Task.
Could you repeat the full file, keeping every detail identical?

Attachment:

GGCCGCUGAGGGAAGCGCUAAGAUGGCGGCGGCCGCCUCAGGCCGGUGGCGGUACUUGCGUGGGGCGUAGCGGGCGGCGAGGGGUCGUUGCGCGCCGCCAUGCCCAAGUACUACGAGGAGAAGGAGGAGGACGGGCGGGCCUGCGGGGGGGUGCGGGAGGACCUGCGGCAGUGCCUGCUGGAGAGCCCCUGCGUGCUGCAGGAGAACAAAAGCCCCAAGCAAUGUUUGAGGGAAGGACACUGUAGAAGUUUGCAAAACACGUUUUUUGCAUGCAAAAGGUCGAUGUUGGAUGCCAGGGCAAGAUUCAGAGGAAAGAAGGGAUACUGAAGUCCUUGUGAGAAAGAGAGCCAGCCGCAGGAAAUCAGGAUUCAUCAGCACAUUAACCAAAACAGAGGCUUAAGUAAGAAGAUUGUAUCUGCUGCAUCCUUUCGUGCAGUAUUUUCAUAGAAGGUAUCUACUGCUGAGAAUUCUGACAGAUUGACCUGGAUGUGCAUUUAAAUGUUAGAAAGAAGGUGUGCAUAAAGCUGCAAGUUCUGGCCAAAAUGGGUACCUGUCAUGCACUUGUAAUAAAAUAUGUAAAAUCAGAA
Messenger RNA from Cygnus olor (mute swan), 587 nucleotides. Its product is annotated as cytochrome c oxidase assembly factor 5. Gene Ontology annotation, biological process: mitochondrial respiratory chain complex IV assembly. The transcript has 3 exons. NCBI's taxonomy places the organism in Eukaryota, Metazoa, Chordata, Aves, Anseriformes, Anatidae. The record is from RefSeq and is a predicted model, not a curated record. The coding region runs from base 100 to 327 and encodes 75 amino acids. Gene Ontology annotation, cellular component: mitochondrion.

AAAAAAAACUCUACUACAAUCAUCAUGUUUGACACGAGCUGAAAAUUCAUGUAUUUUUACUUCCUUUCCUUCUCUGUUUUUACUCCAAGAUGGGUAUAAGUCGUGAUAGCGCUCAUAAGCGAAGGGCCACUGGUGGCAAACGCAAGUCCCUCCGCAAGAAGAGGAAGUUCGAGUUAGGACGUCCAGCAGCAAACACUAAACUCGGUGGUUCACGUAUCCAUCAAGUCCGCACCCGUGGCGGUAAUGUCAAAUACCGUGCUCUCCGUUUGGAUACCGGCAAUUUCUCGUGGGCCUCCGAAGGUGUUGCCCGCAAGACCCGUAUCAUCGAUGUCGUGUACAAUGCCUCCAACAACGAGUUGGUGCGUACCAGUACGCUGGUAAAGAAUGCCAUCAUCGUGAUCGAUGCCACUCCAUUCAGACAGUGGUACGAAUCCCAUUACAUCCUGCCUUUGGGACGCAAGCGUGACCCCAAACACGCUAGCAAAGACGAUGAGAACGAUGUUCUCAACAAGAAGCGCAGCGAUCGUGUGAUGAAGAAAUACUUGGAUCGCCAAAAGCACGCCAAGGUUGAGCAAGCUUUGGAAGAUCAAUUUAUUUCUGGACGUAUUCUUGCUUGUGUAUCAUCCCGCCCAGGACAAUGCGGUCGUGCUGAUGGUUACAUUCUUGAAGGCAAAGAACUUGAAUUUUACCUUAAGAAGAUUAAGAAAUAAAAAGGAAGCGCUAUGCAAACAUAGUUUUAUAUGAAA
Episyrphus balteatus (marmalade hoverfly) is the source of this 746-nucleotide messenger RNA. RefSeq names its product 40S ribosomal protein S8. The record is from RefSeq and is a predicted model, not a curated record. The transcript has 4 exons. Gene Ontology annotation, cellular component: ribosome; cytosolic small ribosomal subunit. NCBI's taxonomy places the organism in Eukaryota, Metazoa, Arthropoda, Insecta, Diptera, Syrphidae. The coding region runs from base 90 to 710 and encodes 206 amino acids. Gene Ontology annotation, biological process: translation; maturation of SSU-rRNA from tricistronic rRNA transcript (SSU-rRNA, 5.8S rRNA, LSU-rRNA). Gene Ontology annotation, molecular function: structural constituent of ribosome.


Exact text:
GGCCGCUGAGGGAAGCGCUAAGAUGGCGGCGGCCGCCUCAGGCCGGUGGCGGUACUUGCGUGGGGCGUAGCGGGCGGCGAGGGGUCGUUGCGCGCCGCCAUGCCCAAGUACUACGAGGAGAAGGAGGAGGACGGGCGGGCCUGCGGGGGGGUGCGGGAGGACCUGCGGCAGUGCCUGCUGGAGAGCCCCUGCGUGCUGCAGGAGAACAAAAGCCCCAAGCAAUGUUUGAGGGAAGGACACUGUAGAAGUUUGCAAAACACGUUUUUUGCAUGCAAAAGGUCGAUGUUGGAUGCCAGGGCAAGAUUCAGAGGAAAGAAGGGAUACUGAAGUCCUUGUGAGAAAGAGAGCCAGCCGCAGGAAAUCAGGAUUCAUCAGCACAUUAACCAAAACAGAGGCUUAAGUAAGAAGAUUGUAUCUGCUGCAUCCUUUCGUGCAGUAUUUUCAUAGAAGGUAUCUACUGCUGAGAAUUCUGACAGAUUGACCUGGAUGUGCAUUUAAAUGUUAGAAAGAAGGUGUGCAUAAAGCUGCAAGUUCUGGCCAAAAUGGGUACCUGUCAUGCACUUGUAAUAAAAUAUGUAAAAUCAGAA
Messenger RNA from Cygnus olor (mute swan), 587 nucleotides. Its product is annotated as cytochrome c oxidase assembly factor 5. Gene Ontology annotation, biological process: mitochondrial respiratory chain complex IV assembly. The transcript has 3 exons. NCBI's taxonomy places the organism in Eukaryota, Metazoa, Chordata, Aves, Anseriformes, Anatidae. The record is from RefSeq and is a predicted model, not a curated record. The coding region runs from base 100 to 327 and encodes 75 amino acids. Gene Ontology annotation, cellular component: mitochondrion.

AAAAAAAACUCUACUACAAUCAUCAUGUUUGACACGAGCUGAAAAUUCAUGUAUUUUUACUUCCUUUCCUUCUCUGUUUUUACUCCAAGAUGGGUAUAAGUCGUGAUAGCGCUCAUAAGCGAAGGGCCACUGGUGGCAAACGCAAGUCCCUCCGCAAGAAGAGGAAGUUCGAGUUAGGACGUCCAGCAGCAAACACUAAACUCGGUGGUUCACGUAUCCAUCAAGUCCGCACCCGUGGCGGUAAUGUCAAAUACCGUGCUCUCCGUUUGGAUACCGGCAAUUUCUCGUGGGCCUCCGAAGGUGUUGCCCGCAAGACCCGUAUCAUCGAUGUCGUGUACAAUGCCUCCAACAACGAGUUGGUGCGUACCAGUACGCUGGUAAAGAAUGCCAUCAUCGUGAUCGAUGCCACUCCAUUCAGACAGUGGUACGAAUCCCAUUACAUCCUGCCUUUGGGACGCAAGCGUGACCCCAAACACGCUAGCAAAGACGAUGAGAACGAUGUUCUCAACAAGAAGCGCAGCGAUCGUGUGAUGAAGAAAUACUUGGAUCGCCAAAAGCACGCCAAGGUUGAGCAAGCUUUGGAAGAUCAAUUUAUUUCUGGACGUAUUCUUGCUUGUGUAUCAUCCCGCCCAGGACAAUGCGGUCGUGCUGAUGGUUACAUUCUUGAAGGCAAAGAACUUGAAUUUUACCUUAAGAAGAUUAAGAAAUAAAAAGGAAGCGCUAUGCAAACAUAGUUUUAUAUGAAA
Episyrphus balteatus (marmalade hoverfly) is the source of this 746-nucleotide messenger RNA. RefSeq names its product 40S ribosomal protein S8. The record is from RefSeq and is a predicted model, not a curated record. The transcript has 4 exons. Gene Ontology annotation, cellular component: ribosome; cytosolic small ribosomal subunit. NCBI's taxonomy places the organism in Eukaryota, Metazoa, Arthropoda, Insecta, Diptera, Syrphidae. The coding region runs from base 90 to 710 and encodes 206 amino acids. Gene Ontology annotation, biological process: translation; maturation of SSU-rRNA from tricistronic rRNA transcript (SSU-rRNA, 5.8S rRNA, LSU-rRNA). Gene Ontology annotation, molecular function: structural constituent of ribosome.